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Visitors to the ‘skade have left plants and flowers which are, surprisingly thriving: I leave thank-you notes ahead of their next visit.   We discover that most of the cans and jars are years past their expiration date, and lug it all to the recycle bins up the river.  I catch up with folks in the restaurant downstairs and the cafe/pub next door, who all seem to be doing well.  The bier van de maand is Bush 12%: headaches ensue.  I’ve been gone too long.

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We get out in the evenings for borrelje: bitterballen en drinken, talking as the sun sets, watching the fietsers drift by like luie vis. I’ve missed my things, the people, the pace, of Dutch life.

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Tuesday, March 29, 2016

Musings on megafloods

DSC09818 (1300x867)‘up early and off to Dover this morning for a circle through Belgium, the Netherlands, and north England.  The weather started out wintry on the drive east, rainy and windy, ill omen for the ferry crossing.  But it opened to sunshine on approach to the refurbished Port entry, maybe a smooth sail?

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‘not to be, the wind and waves picked up as we left the harbour, and the boat pitched and rocked for the whole two hours to Dunkirk.  I took my favored spot at the fore-windows, a table near the cafe, and kept my eyes on the horizon.  unable to do any reading, the mind starts to wander.

What body of water are we crossing to France?  The English Channel?  Well, mostly.  The eastern limit of the channel lies along a straight line stretching from St. Margaret’s Bay, a couple of miles north of Dover Docks, to Wade Lighthouse, a couple of miles east of Calais.  Beyond lies the North Sea, with the ferry pretty closely tracing the boundary.

Ice SheetMore interesting, this line approximates a shallow ridge that is the remains of the land bridge that once connected Britain to France.  At the end of the last ice age, the ridge  rose above sea level, damming waters flowing from the Thames and Rhine rivers into the North Sea, forming a large lake behind the retreating ice sheets.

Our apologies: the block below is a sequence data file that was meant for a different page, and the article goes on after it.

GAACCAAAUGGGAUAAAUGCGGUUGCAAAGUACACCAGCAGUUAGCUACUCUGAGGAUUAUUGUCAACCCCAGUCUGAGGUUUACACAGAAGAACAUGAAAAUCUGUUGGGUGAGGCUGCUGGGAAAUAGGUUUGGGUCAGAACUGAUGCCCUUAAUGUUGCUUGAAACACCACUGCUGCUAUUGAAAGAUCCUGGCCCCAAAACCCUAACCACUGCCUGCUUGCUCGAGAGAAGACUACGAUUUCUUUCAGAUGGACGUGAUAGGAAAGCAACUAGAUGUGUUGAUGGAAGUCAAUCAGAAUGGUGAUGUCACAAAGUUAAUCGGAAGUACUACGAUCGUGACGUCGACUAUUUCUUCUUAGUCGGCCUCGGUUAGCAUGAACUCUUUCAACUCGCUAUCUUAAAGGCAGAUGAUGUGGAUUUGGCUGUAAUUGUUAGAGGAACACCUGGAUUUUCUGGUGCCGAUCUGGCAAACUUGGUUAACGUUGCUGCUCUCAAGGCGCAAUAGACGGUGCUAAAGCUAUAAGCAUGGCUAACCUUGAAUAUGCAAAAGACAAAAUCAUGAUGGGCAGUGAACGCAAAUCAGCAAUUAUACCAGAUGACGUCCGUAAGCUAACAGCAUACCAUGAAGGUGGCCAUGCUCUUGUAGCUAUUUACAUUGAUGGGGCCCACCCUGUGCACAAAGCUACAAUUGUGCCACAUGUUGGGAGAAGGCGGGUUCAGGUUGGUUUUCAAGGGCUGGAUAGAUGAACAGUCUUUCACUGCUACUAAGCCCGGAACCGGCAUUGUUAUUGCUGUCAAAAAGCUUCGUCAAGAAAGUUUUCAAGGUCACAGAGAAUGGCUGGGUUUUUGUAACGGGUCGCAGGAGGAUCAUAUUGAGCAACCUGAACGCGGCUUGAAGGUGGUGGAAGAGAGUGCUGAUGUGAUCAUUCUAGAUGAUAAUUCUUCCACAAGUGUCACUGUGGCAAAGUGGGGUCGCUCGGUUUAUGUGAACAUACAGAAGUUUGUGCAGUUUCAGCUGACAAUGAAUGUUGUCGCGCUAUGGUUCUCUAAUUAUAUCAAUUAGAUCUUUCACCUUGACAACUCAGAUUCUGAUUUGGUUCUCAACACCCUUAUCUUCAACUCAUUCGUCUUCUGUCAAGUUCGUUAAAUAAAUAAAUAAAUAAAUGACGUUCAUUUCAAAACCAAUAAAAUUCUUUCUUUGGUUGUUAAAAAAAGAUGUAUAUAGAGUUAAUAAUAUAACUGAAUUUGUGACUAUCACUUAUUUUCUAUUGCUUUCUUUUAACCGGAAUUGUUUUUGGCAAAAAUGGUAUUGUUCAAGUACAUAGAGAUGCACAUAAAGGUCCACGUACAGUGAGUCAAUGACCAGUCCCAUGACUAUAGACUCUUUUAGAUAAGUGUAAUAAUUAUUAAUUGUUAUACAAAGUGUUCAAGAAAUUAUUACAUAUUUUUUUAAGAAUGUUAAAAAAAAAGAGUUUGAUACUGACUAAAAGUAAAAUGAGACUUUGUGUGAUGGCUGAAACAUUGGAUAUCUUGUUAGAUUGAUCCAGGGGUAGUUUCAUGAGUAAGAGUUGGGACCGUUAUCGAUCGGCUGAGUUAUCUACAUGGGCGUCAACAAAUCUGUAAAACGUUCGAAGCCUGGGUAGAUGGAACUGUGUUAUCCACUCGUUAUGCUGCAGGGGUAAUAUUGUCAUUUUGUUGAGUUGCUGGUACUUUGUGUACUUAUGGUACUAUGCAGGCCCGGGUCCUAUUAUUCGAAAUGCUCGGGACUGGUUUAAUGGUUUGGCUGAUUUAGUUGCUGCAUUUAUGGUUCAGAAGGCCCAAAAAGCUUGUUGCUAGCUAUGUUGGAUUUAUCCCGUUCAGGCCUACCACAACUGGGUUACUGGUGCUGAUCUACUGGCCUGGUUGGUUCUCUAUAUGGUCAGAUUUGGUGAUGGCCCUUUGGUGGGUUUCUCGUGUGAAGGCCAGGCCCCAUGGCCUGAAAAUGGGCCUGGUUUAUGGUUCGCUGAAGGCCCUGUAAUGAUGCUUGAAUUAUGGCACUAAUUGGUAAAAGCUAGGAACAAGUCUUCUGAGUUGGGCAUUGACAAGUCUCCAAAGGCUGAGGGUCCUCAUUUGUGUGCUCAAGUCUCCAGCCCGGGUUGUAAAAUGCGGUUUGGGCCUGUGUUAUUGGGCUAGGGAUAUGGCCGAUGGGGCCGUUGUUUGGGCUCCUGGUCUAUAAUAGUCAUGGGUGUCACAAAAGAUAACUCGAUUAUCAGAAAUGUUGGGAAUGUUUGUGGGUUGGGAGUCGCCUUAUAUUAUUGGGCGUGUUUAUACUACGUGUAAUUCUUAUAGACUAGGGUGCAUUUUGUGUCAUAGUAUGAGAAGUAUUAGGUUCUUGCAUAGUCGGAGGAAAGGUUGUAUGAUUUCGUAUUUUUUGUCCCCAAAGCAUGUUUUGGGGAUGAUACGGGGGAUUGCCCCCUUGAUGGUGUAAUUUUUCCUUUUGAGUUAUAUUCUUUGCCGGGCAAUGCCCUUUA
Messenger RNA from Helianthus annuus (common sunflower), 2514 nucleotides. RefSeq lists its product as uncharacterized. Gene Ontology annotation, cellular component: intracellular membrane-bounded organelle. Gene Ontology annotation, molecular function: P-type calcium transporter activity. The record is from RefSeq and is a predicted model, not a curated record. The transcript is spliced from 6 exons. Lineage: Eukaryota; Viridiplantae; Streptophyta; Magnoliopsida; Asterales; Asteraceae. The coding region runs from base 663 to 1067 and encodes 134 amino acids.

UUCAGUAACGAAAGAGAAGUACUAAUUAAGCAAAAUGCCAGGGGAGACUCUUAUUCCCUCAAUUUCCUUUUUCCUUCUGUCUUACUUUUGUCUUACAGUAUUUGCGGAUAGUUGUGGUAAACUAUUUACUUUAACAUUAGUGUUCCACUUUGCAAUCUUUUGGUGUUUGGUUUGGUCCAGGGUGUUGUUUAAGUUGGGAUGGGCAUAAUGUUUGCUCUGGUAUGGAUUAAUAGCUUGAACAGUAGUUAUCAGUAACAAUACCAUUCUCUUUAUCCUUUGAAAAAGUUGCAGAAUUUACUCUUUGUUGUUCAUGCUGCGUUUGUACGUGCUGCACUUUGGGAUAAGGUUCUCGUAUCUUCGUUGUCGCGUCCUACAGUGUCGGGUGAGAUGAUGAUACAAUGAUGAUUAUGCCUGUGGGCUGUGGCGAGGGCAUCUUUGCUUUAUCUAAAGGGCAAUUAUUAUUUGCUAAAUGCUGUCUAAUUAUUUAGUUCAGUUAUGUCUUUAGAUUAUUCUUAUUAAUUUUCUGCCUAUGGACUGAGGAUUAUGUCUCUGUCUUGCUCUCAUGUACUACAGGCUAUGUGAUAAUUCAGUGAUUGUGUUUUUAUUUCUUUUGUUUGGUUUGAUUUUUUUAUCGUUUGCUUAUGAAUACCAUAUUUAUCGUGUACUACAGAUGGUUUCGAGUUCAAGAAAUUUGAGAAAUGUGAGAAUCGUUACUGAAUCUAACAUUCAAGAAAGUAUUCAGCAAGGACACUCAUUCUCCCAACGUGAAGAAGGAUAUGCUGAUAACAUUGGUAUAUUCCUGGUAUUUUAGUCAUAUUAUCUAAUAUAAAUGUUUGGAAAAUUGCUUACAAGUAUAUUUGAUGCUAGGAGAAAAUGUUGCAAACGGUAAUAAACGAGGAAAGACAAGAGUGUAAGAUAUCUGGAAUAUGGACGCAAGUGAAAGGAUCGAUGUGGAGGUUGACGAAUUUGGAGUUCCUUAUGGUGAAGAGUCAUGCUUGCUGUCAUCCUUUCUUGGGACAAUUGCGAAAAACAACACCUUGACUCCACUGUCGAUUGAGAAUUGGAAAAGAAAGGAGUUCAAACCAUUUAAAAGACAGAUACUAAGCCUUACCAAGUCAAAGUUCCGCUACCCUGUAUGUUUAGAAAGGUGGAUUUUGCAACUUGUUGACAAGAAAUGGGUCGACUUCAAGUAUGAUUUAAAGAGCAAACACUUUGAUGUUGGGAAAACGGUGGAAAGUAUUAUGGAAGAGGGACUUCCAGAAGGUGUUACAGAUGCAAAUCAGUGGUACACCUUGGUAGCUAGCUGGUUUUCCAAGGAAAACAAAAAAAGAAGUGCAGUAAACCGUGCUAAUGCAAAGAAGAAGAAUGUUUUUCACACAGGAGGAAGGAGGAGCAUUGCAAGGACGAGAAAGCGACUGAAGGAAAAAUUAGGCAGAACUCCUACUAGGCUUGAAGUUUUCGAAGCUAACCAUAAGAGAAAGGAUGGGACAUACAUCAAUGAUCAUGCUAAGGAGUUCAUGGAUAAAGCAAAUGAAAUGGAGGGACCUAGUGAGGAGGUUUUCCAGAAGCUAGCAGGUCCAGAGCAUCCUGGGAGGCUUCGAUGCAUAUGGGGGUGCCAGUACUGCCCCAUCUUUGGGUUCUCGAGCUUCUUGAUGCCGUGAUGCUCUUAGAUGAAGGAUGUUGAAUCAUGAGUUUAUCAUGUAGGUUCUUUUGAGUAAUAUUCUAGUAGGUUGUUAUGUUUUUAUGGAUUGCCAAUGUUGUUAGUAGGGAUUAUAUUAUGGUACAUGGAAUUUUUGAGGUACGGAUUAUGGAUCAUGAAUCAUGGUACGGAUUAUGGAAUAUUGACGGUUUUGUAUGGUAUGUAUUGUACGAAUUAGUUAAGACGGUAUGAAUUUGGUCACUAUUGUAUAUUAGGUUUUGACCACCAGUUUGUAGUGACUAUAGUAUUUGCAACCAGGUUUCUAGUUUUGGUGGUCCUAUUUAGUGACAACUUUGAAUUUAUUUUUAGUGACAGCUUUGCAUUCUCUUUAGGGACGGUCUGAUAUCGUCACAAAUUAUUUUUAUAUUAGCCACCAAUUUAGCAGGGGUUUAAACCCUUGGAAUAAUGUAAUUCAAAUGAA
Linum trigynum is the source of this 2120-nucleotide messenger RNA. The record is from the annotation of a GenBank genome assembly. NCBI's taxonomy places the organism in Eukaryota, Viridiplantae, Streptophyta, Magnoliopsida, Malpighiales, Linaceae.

A quarter million years ago, the lake topped, then breached, the chalk ridge.  A vast surge of water flowed south and west, scouring the seabed and creating the English Channel.  It may have lasted months, yet released a million cubic meters of water per second.

 channellake Megaflood Channel

These findings are actually from very recent research (Nature, 2007), a result of improved technology able to map the ocean floor with sufficient resolution (10 cm) to reveal the streamlines and erosion features left by the surge.

arkstormAre megafloods still a risk to coastal areas?   No, but yes.   Other recent research suggests that, although vast reservoirs from melting ice no longer exist, atmospheric rivers resulting from extreme weather conditions may have similar effects.  

Geologic studies suggest that massive floods, caused by rainfall alone, have occurred in California every 100-200 years (the last one, ominously, was in 1861).  The USGS published a study in 2010 modeling the results of an ARkStorm of this scale, its a fascinating read.

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‘Safe across the Channel and tucked into Dunkirk, we made a quick provisioning stop at the Auchen near the port, and motored on towards Maastricht.  It was well past dark on arrival, I retrieved the key from Bert and got things unloaded, the apartment opened, and unpacked to settle in.  It’s been too long, but (despite a weather eye on the Maas after all of the high-water stories) very nice to be back.